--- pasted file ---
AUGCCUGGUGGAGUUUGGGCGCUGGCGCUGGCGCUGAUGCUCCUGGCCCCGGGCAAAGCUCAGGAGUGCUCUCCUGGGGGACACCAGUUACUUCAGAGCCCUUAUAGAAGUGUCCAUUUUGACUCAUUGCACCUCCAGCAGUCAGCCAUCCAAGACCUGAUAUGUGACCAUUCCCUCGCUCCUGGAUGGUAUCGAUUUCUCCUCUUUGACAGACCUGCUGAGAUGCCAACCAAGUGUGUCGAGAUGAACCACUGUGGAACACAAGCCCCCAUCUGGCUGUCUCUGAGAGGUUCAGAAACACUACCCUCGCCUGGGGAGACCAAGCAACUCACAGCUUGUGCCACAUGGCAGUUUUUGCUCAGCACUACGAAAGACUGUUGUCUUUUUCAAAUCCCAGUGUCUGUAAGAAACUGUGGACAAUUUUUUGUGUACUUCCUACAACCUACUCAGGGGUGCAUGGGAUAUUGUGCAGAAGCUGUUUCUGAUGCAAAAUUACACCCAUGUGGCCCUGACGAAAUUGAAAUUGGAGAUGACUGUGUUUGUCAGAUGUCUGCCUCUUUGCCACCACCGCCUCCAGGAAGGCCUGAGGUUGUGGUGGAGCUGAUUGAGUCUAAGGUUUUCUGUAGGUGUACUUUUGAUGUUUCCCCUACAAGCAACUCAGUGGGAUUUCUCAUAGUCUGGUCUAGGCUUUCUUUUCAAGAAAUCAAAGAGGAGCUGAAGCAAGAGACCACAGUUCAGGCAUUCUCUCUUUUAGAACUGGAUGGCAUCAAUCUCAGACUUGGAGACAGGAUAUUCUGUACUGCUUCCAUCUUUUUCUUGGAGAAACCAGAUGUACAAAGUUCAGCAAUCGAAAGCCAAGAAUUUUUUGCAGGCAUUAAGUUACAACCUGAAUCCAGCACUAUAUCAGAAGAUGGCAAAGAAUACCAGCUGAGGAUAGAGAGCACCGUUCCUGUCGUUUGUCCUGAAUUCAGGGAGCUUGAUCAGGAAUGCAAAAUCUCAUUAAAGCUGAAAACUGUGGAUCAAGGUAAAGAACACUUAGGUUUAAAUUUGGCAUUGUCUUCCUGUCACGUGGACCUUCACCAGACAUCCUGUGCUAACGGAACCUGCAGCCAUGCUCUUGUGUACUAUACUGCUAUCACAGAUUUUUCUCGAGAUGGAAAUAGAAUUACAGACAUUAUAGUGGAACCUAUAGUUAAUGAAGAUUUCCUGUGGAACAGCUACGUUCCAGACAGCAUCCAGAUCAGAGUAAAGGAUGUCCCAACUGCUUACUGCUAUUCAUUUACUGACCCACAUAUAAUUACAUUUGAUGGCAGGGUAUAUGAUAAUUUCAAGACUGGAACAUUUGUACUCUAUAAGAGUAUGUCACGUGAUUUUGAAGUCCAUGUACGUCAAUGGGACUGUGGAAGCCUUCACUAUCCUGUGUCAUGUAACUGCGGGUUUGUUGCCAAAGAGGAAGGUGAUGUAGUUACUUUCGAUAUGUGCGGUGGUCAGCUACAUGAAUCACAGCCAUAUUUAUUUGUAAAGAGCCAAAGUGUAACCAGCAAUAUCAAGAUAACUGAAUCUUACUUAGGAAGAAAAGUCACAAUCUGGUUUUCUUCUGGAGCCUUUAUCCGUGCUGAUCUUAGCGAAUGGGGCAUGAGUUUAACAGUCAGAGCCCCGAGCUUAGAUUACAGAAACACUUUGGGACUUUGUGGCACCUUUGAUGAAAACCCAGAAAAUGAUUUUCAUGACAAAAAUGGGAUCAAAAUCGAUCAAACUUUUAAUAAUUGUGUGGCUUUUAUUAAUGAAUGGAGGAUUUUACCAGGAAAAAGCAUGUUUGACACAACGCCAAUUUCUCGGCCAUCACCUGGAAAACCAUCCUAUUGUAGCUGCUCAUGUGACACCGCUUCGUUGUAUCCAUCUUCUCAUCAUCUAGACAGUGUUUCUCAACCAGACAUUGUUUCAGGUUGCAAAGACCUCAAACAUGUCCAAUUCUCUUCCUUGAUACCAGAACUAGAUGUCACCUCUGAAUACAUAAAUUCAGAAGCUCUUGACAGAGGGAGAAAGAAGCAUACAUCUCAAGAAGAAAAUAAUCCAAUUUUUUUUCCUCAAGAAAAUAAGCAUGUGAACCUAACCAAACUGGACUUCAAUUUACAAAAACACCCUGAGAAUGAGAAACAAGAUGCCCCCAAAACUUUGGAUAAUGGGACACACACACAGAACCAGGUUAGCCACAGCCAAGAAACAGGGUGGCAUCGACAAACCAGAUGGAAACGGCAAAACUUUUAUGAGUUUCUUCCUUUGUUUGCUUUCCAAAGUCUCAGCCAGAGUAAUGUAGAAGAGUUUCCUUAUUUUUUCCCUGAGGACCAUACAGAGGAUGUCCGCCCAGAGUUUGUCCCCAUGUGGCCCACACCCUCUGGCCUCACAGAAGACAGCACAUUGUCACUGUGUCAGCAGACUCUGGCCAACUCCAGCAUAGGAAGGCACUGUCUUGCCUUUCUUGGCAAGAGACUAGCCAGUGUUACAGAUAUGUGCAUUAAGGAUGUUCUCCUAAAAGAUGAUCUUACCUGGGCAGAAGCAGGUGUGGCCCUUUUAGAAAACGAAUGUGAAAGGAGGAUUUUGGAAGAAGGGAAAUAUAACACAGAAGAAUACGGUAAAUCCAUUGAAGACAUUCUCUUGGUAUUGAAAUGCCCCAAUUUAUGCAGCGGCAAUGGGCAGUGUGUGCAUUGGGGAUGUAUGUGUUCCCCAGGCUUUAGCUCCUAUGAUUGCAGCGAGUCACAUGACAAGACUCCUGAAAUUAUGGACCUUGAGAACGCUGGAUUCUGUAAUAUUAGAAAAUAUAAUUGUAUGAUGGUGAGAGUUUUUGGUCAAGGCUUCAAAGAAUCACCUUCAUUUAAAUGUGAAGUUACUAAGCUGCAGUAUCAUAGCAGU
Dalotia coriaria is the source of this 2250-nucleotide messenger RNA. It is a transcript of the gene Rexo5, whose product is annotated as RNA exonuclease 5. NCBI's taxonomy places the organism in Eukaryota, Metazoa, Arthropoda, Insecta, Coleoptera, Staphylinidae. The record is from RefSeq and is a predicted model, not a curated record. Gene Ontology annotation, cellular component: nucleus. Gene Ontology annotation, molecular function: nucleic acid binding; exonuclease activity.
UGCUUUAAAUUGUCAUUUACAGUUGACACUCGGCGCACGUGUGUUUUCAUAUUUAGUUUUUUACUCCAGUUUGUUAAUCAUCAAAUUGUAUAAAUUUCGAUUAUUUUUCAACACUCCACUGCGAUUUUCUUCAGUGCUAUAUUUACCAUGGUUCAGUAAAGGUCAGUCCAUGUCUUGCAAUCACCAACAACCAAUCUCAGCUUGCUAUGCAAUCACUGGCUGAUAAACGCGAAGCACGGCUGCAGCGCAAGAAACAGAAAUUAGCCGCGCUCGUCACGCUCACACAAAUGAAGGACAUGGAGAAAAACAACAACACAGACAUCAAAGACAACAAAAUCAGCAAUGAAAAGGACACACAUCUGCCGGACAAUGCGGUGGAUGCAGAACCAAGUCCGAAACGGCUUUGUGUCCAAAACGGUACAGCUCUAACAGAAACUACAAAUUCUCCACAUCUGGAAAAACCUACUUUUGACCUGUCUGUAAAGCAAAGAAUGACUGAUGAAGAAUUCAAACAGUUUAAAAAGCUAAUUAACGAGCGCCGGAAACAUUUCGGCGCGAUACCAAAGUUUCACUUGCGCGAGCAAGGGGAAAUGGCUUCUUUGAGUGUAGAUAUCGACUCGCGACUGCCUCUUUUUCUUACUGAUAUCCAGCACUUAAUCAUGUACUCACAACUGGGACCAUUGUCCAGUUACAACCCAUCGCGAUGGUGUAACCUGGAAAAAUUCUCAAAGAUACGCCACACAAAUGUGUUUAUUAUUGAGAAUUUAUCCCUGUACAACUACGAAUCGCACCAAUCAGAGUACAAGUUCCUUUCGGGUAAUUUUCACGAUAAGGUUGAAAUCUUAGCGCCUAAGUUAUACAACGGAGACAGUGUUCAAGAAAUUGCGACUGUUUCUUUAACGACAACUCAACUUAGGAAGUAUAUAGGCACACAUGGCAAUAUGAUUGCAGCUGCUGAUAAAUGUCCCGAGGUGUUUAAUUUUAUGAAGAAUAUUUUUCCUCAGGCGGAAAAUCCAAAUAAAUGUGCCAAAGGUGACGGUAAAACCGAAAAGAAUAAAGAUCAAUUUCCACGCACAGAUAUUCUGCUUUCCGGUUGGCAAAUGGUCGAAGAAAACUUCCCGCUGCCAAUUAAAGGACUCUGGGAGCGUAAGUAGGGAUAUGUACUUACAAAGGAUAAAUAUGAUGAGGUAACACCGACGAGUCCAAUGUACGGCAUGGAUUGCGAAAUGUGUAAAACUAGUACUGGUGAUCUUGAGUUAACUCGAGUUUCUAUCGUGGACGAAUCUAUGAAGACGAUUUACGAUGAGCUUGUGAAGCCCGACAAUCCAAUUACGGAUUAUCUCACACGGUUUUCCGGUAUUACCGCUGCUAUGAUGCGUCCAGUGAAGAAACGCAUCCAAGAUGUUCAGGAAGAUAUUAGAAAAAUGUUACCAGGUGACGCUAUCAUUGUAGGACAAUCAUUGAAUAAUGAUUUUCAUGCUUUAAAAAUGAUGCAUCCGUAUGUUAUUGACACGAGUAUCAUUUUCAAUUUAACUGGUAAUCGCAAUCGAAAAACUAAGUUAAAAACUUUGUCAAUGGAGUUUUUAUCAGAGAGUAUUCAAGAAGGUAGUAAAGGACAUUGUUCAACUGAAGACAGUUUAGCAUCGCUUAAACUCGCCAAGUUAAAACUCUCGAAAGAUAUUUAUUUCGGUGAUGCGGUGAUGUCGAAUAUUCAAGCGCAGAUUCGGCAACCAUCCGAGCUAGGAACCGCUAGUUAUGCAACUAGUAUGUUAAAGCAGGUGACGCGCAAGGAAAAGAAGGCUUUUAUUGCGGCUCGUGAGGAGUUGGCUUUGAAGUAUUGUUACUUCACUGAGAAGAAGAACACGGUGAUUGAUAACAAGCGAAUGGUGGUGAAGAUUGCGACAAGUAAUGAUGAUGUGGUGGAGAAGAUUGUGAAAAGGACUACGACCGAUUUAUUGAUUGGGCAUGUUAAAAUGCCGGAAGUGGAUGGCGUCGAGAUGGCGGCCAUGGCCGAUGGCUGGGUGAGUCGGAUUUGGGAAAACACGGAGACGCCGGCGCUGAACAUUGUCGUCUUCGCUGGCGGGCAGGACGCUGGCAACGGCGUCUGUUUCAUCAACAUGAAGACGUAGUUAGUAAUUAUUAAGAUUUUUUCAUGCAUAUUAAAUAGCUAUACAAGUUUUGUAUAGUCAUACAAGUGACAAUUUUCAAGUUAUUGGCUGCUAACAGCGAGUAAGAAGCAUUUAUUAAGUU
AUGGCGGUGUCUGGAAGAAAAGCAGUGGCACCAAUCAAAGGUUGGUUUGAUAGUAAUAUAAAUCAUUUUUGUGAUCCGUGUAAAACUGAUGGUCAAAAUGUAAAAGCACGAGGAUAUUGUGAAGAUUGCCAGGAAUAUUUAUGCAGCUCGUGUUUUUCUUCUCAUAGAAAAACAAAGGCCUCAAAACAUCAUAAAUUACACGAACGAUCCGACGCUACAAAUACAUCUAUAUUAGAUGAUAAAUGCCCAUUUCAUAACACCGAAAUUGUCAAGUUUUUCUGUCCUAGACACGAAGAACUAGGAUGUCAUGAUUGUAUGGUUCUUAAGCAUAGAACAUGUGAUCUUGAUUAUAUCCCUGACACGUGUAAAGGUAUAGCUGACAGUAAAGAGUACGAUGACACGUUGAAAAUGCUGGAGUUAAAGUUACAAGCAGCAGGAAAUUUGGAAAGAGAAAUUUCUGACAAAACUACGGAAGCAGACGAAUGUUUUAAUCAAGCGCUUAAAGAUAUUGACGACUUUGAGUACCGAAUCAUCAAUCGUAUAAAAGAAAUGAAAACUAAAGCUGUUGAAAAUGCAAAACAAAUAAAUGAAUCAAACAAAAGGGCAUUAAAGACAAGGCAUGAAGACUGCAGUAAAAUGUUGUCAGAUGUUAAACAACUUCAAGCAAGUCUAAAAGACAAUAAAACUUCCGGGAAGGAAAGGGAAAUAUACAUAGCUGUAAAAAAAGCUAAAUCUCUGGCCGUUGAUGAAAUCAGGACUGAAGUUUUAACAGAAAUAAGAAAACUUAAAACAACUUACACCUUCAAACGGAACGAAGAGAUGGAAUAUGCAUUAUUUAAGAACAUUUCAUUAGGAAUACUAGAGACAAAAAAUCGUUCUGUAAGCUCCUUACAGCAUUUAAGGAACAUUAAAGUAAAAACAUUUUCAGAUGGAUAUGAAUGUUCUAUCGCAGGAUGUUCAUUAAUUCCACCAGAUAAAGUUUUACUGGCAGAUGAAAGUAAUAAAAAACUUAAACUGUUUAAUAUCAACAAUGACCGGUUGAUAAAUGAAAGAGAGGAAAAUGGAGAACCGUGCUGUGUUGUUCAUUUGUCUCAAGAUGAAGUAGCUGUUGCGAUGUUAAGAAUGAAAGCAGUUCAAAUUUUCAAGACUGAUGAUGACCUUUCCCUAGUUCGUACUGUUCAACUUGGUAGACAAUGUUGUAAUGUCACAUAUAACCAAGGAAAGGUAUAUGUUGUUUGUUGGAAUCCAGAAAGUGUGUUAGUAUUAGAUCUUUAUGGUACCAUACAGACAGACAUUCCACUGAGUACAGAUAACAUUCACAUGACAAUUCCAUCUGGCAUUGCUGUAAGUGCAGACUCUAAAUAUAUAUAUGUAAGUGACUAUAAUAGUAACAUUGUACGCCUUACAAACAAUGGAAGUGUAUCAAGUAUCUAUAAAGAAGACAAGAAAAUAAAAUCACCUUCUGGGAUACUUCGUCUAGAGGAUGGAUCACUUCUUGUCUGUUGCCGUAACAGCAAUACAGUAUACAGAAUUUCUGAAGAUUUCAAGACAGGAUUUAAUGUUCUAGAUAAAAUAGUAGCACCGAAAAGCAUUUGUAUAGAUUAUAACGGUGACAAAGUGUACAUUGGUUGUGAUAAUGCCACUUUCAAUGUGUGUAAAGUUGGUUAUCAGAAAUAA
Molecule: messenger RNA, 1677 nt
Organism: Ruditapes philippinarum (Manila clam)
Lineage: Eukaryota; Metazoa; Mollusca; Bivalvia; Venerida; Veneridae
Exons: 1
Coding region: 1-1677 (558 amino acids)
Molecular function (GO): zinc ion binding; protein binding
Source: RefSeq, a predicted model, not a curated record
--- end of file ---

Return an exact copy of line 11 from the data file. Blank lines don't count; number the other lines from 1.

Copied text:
Source: RefSeq, a predicted model, not a curated record